The ACLU of Alaska’s Prison Project gets hundreds of messages a month from incarcerated people seeking legal help. Most of these requests come from incarcerated men; we rarely hear from women at Hiland Mountain Correctional Center (Hiland Mountain), Alaska’s only women’s prison. It wasn’t until we did some investigating, that we uncovered massive constitutional violations regarding access to counsel that were impeding the ability of incarcerated women at Hiland from contacting us.  

All incarcerated people have a constitutional right to seek and receive the assistance of attorneys. Attorney-client privilege is necessary in order to be able to effectively exercise this constitutional right, which allows any client to refuse to disclose and to prevent any other person from disclosing confidential communications with their attorney. 

The following outlines some of the most egregious examples of violations of constitutional rights of Alaskans at Hiland Mountain by the Department of Corrections (DOC).  

  • Several incarcerated women have reported that women are reluctant to write to the ACLU because Hiland Mountain does not consider mail to the ACLU to be “legal mail” and, as a result, any correspondence sent to our organization is read before leaving the facility.
  • Several incarcerated women have reported that, when meeting with attorneys at Hiland, they are required by facility staff to keep the door to the visitation room open, preventing them from having confidential conversations. 
  • A trusted source inside Hiland Mountain reported that at least some private phone calls between incarcerated women and their attorneys are being listened to
  • An incarcerated woman at Hiland had the discovery from her criminal case shared with facility staff and other inmates. From the information available, it appears this occurred because a Staff Sergeant failed to delete the discovery files from the computer where the woman was required to access them, thereby allowing other inmates to view the files. The woman was not the one who shared the documents. This woman filed a grievance related to the disclosure, and three months later she received a letter from the Deputy Commissioner confirming that she was “correct’ and that “a mistake was made.” The letter did not provide details about what measures are in place to prevent this going forward. 
  • A new mail policy at Hiland Mountain (and other DOC facilities) requires that all legal mail be copied and the originals destroyed in front of the incarcerated recipient
  • Two ACLU attorneys recently met with an incarcerated woman at Hiland for the purpose of obtaining legal paperwork. The woman informed the attorneys that facility staff prohibited her from bringing her legal paperwork to the meeting. When our attorneys contacted the correctional officer (CO) about this denial, the CO stated that the woman’s paperwork was not allowed because it was not “legal” because it included items like institutional Requests for Information. Our attorneys informed the CO that such items qualify as legal paperwork. The CO left to retrieve a folder of the legal paperwork. (It is not clear how the CO knew which documents to obtain, and the woman informed the attorneys that the documents the CO brought were a small subset of what she wished to share.) The CO took the folder of legal paperwork to the Hiland superintendent to review. When the CO returned to the visitation room, she informed the ACLU attorneys that the Superintendent had reviewed the paperwork to ensure there were no “threats against facility staff.”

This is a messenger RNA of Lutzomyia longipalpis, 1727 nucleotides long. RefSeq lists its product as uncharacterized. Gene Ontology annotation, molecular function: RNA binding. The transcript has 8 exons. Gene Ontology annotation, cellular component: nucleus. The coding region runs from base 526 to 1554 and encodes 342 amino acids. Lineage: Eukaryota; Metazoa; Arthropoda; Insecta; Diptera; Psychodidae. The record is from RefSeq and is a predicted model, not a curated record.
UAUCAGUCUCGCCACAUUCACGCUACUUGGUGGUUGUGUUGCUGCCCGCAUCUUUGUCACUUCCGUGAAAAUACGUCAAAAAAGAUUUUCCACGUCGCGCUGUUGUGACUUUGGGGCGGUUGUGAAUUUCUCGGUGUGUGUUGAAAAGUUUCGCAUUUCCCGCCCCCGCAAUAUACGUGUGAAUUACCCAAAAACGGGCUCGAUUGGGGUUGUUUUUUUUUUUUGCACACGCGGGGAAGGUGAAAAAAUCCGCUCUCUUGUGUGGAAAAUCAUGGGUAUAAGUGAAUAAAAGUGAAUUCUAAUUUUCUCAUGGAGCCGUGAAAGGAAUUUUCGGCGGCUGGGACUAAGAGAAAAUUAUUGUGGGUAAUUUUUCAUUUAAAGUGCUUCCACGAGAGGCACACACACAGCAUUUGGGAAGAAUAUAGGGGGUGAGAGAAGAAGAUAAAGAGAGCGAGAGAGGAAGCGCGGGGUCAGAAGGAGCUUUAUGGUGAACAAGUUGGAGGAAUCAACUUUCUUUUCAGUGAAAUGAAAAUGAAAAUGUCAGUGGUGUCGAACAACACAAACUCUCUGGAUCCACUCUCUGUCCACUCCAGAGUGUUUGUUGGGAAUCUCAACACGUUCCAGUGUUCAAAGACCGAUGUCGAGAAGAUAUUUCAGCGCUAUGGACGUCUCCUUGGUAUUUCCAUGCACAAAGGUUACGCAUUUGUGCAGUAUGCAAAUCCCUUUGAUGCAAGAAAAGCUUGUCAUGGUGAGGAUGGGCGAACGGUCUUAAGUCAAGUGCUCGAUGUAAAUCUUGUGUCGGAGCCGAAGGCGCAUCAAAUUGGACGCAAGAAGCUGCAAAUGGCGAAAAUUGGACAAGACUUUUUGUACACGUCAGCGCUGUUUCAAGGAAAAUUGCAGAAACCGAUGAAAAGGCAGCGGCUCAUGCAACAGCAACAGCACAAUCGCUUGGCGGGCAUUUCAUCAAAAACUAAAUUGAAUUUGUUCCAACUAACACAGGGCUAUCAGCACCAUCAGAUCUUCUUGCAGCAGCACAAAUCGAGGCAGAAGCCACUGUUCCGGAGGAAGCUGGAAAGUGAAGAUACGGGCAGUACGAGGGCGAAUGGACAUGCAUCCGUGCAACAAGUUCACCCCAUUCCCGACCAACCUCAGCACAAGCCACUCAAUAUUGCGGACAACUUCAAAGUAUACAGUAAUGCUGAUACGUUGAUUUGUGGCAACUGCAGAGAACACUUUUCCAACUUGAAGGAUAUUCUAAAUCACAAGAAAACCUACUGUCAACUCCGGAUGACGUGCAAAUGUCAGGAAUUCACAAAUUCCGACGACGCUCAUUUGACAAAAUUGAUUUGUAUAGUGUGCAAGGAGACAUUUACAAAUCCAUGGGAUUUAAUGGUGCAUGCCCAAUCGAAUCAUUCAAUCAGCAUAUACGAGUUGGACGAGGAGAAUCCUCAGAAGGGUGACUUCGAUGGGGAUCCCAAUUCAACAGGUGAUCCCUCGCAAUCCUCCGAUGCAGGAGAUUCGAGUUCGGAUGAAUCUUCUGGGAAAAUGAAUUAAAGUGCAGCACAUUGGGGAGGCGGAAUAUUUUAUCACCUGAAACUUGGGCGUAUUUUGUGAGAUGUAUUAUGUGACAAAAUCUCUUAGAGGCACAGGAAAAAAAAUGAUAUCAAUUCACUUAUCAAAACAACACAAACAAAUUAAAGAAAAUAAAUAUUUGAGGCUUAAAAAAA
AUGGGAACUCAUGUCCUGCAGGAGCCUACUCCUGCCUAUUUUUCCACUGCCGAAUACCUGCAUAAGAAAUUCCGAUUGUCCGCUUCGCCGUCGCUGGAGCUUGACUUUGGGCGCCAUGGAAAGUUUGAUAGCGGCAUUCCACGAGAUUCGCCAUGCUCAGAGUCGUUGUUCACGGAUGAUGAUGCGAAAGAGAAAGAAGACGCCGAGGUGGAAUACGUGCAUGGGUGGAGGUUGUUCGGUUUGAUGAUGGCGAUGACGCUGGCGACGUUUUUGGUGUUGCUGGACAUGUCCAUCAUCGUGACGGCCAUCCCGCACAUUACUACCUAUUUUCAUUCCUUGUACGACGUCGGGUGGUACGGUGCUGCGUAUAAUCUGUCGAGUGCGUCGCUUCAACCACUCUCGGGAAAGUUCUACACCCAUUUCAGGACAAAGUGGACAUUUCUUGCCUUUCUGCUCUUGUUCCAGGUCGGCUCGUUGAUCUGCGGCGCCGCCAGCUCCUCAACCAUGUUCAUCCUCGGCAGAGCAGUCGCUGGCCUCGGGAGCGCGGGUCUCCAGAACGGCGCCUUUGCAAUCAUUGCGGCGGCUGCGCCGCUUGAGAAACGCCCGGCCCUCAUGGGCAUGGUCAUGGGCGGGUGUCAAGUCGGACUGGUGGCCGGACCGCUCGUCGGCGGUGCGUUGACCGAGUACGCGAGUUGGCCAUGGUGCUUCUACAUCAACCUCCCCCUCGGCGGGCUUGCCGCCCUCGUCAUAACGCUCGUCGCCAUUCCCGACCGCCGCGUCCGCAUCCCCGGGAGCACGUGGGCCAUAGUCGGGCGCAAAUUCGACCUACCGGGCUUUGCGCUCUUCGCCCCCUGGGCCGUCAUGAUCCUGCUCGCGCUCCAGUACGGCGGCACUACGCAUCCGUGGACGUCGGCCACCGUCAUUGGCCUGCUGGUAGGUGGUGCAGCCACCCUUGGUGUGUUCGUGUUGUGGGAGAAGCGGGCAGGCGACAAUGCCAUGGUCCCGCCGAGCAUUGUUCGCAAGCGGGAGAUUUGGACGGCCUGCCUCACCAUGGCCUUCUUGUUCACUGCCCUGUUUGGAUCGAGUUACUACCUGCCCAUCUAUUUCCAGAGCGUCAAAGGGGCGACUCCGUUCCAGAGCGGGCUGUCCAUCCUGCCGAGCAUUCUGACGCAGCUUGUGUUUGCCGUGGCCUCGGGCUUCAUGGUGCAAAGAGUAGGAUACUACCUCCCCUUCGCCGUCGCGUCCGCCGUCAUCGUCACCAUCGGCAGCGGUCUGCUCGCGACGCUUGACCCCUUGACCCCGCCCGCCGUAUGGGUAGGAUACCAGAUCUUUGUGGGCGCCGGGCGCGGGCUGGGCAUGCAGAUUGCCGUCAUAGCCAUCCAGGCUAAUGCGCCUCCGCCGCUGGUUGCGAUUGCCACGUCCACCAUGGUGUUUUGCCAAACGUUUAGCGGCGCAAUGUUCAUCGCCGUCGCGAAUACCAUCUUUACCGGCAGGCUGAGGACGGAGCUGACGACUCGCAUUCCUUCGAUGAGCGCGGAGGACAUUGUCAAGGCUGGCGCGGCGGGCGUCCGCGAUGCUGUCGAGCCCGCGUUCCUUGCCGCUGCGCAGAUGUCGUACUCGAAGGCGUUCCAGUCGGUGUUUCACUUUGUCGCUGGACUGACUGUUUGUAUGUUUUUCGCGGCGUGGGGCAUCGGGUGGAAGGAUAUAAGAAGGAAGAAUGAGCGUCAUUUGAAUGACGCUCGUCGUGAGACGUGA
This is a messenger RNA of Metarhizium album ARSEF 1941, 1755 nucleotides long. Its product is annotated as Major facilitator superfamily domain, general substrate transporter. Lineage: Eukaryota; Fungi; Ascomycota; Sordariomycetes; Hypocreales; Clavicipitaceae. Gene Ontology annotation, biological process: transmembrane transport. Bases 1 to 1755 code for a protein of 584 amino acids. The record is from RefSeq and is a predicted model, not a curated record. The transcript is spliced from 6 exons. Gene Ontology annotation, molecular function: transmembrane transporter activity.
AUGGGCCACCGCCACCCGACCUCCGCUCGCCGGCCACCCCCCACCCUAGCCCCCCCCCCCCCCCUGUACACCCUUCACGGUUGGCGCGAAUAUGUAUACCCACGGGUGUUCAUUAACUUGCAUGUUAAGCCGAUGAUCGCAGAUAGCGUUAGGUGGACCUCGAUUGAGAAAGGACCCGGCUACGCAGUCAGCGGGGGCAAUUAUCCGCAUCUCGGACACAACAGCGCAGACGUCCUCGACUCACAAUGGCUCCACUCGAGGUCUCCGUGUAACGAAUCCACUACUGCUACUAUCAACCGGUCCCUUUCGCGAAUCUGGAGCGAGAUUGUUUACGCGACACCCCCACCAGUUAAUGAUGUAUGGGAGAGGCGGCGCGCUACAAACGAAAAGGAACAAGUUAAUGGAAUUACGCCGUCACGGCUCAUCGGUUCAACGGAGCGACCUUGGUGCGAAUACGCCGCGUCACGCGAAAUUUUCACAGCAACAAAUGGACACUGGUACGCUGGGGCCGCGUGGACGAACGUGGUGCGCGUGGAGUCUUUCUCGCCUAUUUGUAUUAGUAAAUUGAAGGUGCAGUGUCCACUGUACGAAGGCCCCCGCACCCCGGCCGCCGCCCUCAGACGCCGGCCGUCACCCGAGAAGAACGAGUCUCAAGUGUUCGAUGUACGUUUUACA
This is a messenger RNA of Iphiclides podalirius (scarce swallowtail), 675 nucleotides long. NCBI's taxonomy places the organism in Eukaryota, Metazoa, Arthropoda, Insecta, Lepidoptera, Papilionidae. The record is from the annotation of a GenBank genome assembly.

• During another recent legal visit to Hiland Mountain, ACLU attorneys were informed that, in order to give a legal document to a client, they would need to first give the document to the staff sergeant. The facility staff member who informed the attorneys of this policy stated that the staff sergeant would read the document before deciding whether to convey it to the client. 

These examples showcase the repetitive constitutional violations that incarcerated people are subjected to at Hiland Mountain. They also violate DOC’s own policies that are put in place to protect these very rights, which suggests they are issues that could be simply solved. In April, we sent a letter to DOC outlining our experiences working with incarcerated people and DOC staff at Hiland Mountain with the hope that they would address these issues. Read the full letter here.  

We have yet to receive a response from DOC.  

This isn’t a new issue for us, or that we’ve seen in the DOC. Earlier this year, we shared critical information regarding access to courts, counsel, and legal resources that incarcerated Alaskans are facing under the DOC. Specifically, we have received reports of legal mail failing to be confidential, inconsistent practices for setting up attorney-client calls and visits, restricted access to counsel while detoxing, and limited access to law libraries and legal computers. These practices make it more difficult for attorneys to represent incarcerated clients, particularly public defenders, private criminal defense and civil attorneys.   

The ACLU of Alaska’s Prison Project is committed to putting a spotlight on the conditions that incarcerated people exist in, and work to ensure that their constitutional rights are upheld while in custody. We must remember that access to counsel is a foundational right and has direct implications for a person’s ability to have a fair trial. We will continue our work to hold DOC accountable for its failure to uphold the constitutional rights of incarcerated Alaskans.